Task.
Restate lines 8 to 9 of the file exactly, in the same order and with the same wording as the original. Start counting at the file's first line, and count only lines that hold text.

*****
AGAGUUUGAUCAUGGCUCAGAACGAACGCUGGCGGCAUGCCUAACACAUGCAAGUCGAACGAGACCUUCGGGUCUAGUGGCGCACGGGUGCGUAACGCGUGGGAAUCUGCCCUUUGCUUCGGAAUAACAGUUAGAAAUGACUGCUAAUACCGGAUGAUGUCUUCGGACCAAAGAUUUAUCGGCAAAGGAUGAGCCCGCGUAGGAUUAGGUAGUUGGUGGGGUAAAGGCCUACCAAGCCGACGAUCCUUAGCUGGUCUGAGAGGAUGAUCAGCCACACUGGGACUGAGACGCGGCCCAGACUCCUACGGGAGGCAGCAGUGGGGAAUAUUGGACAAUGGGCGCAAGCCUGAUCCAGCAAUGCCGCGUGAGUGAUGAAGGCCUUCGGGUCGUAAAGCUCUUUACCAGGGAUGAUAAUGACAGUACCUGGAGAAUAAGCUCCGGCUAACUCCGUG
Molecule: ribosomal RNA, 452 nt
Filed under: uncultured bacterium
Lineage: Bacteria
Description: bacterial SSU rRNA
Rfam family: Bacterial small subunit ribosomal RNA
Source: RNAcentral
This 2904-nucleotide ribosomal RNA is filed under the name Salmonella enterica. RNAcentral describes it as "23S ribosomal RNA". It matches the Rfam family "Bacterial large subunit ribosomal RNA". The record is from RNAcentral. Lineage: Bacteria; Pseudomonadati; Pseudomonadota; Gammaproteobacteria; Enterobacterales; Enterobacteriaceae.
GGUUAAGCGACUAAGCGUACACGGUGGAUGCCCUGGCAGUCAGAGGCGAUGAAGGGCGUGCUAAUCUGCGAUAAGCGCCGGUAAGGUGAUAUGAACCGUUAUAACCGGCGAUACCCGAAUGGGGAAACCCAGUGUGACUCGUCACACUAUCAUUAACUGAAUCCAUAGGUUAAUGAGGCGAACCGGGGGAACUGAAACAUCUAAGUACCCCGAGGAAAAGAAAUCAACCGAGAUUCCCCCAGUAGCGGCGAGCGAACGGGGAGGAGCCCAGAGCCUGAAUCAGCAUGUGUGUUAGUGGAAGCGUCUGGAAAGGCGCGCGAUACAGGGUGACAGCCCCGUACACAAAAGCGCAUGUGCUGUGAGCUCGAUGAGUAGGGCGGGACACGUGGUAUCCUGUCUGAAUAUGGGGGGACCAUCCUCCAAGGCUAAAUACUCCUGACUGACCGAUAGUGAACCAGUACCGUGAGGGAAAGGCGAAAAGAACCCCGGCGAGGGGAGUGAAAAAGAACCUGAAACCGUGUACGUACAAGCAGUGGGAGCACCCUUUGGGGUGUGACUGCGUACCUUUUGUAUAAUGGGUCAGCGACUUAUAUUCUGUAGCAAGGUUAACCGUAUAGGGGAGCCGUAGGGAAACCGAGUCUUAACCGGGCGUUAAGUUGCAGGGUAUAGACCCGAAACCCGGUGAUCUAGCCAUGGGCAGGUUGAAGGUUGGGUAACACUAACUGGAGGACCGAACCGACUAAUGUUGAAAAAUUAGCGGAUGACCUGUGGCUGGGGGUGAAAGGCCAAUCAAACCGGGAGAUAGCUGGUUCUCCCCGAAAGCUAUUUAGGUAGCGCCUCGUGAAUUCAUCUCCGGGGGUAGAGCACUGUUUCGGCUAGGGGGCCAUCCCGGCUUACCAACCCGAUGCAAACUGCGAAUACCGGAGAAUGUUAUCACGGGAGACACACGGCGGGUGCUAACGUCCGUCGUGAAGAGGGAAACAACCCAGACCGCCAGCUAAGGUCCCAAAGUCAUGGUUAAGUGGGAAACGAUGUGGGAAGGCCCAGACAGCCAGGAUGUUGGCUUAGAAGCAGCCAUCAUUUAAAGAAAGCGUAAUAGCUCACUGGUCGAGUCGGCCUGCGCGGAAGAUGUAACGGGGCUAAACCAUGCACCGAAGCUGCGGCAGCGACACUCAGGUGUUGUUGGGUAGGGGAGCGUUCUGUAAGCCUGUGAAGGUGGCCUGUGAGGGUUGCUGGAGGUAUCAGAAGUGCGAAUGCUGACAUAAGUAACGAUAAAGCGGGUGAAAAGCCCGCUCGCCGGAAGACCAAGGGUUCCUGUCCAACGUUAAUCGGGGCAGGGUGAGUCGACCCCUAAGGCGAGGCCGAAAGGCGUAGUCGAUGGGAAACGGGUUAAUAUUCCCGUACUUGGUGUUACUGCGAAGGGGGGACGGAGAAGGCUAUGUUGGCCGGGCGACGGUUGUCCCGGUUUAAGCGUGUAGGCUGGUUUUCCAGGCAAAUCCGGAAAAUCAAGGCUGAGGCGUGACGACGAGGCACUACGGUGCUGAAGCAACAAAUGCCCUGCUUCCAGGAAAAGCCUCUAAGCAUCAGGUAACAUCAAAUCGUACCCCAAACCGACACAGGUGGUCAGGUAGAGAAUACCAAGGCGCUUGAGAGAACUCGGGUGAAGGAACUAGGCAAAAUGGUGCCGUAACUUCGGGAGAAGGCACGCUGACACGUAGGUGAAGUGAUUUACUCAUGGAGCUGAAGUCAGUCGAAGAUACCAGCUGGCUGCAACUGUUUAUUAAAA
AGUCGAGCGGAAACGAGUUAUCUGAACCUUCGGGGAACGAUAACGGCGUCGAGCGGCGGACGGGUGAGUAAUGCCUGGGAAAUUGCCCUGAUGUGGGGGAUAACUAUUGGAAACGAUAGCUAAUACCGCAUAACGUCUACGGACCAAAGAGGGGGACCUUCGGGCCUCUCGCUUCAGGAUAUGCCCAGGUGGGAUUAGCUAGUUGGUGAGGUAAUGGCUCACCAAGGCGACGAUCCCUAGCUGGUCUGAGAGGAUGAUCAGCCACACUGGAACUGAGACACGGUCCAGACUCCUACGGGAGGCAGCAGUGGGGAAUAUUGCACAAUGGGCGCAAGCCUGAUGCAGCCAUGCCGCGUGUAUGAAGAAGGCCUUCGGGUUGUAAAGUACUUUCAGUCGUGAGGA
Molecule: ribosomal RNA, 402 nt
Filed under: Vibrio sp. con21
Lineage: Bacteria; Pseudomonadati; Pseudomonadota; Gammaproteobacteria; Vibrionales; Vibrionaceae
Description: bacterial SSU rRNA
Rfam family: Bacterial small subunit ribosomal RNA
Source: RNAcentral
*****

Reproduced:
This 2904-nucleotide ribosomal RNA is filed under the name Salmonella enterica. RNAcentral describes it as "23S ribosomal RNA". It matches the Rfam family "Bacterial large subunit ribosomal RNA". The record is from RNAcentral. Lineage: Bacteria; Pseudomonadati; Pseudomonadota; Gammaproteobacteria; Enterobacterales; Enterobacteriaceae.
GGUUAAGCGACUAAGCGUACACGGUGGAUGCCCUGGCAGUCAGAGGCGAUGAAGGGCGUGCUAAUCUGCGAUAAGCGCCGGUAAGGUGAUAUGAACCGUUAUAACCGGCGAUACCCGAAUGGGGAAACCCAGUGUGACUCGUCACACUAUCAUUAACUGAAUCCAUAGGUUAAUGAGGCGAACCGGGGGAACUGAAACAUCUAAGUACCCCGAGGAAAAGAAAUCAACCGAGAUUCCCCCAGUAGCGGCGAGCGAACGGGGAGGAGCCCAGAGCCUGAAUCAGCAUGUGUGUUAGUGGAAGCGUCUGGAAAGGCGCGCGAUACAGGGUGACAGCCCCGUACACAAAAGCGCAUGUGCUGUGAGCUCGAUGAGUAGGGCGGGACACGUGGUAUCCUGUCUGAAUAUGGGGGGACCAUCCUCCAAGGCUAAAUACUCCUGACUGACCGAUAGUGAACCAGUACCGUGAGGGAAAGGCGAAAAGAACCCCGGCGAGGGGAGUGAAAAAGAACCUGAAACCGUGUACGUACAAGCAGUGGGAGCACCCUUUGGGGUGUGACUGCGUACCUUUUGUAUAAUGGGUCAGCGACUUAUAUUCUGUAGCAAGGUUAACCGUAUAGGGGAGCCGUAGGGAAACCGAGUCUUAACCGGGCGUUAAGUUGCAGGGUAUAGACCCGAAACCCGGUGAUCUAGCCAUGGGCAGGUUGAAGGUUGGGUAACACUAACUGGAGGACCGAACCGACUAAUGUUGAAAAAUUAGCGGAUGACCUGUGGCUGGGGGUGAAAGGCCAAUCAAACCGGGAGAUAGCUGGUUCUCCCCGAAAGCUAUUUAGGUAGCGCCUCGUGAAUUCAUCUCCGGGGGUAGAGCACUGUUUCGGCUAGGGGGCCAUCCCGGCUUACCAACCCGAUGCAAACUGCGAAUACCGGAGAAUGUUAUCACGGGAGACACACGGCGGGUGCUAACGUCCGUCGUGAAGAGGGAAACAACCCAGACCGCCAGCUAAGGUCCCAAAGUCAUGGUUAAGUGGGAAACGAUGUGGGAAGGCCCAGACAGCCAGGAUGUUGGCUUAGAAGCAGCCAUCAUUUAAAGAAAGCGUAAUAGCUCACUGGUCGAGUCGGCCUGCGCGGAAGAUGUAACGGGGCUAAACCAUGCACCGAAGCUGCGGCAGCGACACUCAGGUGUUGUUGGGUAGGGGAGCGUUCUGUAAGCCUGUGAAGGUGGCCUGUGAGGGUUGCUGGAGGUAUCAGAAGUGCGAAUGCUGACAUAAGUAACGAUAAAGCGGGUGAAAAGCCCGCUCGCCGGAAGACCAAGGGUUCCUGUCCAACGUUAAUCGGGGCAGGGUGAGUCGACCCCUAAGGCGAGGCCGAAAGGCGUAGUCGAUGGGAAACGGGUUAAUAUUCCCGUACUUGGUGUUACUGCGAAGGGGGGACGGAGAAGGCUAUGUUGGCCGGGCGACGGUUGUCCCGGUUUAAGCGUGUAGGCUGGUUUUCCAGGCAAAUCCGGAAAAUCAAGGCUGAGGCGUGACGACGAGGCACUACGGUGCUGAAGCAACAAAUGCCCUGCUUCCAGGAAAAGCCUCUAAGCAUCAGGUAACAUCAAAUCGUACCCCAAACCGACACAGGUGGUCAGGUAGAGAAUACCAAGGCGCUUGAGAGAACUCGGGUGAAGGAACUAGGCAAAAUGGUGCCGUAACUUCGGGAGAAGGCACGCUGACACGUAGGUGAAGUGAUUUACUCAUGGAGCUGAAGUCAGUCGAAGAUACCAGCUGGCUGCAACUGUUUAUUAAAA